A Quiet Concorde? NASA to Spend $390 Million to Test a Quiet Supersonic Plane by 2022

Quiet Supersonic Transport Jet
An Artist’s concept of a Quiet Supersonic Transport Jet Credit: Lockheed Martin

NASA researchers believe they have a design for a quiet supersonic plane that would slash the current seven-hour flight time from New York to London in half and do it while reducing the sonic boom from the ear-piercing 90 dBa of the Concorde to 60-65 dBa, which would make it as quiet as the average current commercial jetliner.

NASA has announced that it is planning to spend $390 million over the next five years to construct a demo version of their quiet supersonic plane and test it over populated areas. NASA will begin taking bids on the project next month.

Lockheed researchers worked with NASA on the design and used fluid dynamics modeling on supercomputers that has only become possible in the last few years due to the exponential increase in computing power.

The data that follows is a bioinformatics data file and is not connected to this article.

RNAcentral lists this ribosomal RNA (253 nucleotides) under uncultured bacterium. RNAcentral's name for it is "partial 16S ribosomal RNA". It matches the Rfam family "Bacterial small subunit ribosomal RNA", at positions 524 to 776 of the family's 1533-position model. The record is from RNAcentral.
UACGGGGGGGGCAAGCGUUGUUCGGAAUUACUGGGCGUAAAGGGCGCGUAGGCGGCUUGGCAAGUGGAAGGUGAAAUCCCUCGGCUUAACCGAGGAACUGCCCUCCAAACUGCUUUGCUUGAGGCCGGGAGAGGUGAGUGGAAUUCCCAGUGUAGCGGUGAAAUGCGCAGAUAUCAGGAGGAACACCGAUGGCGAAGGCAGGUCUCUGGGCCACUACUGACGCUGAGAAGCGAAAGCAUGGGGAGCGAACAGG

The design NASA and Lockheed came up with prevents sound waves from merging into the sharp N pattern of a sonic boom and disperses the sound waves behind behind the aircraft, turning the supersonic boom into a supersonic hum.

Lockheed’s research shows that the design can keep its supersonic hum even when scaled up to commercial size. The demo plane is planned to be 94 feet long and fly at up to 55,000 feet.

The Federal Aviation Administration banned the use of commercial supersonic jets over land in 1973 due to concerns about the impact of caused by sonic booms. Hundreds of noise complaints about the Concorde helped limit its commercial use and contributed to its eventual cancellation by Air France and British Airways in 2003.

British Airways Concorde
British Airways Concorde

NASA believes they can convince lawmakers and regulators to lift the ban on commercial supersonic use over land. “We’ve got a lot of support in NASA and the administration and in Congress for making this happen. I’m pretty excited about our prospects.” said Peter Coen, the project manager for NASA’s commercial supersonic research team, quoted by Bloomberg



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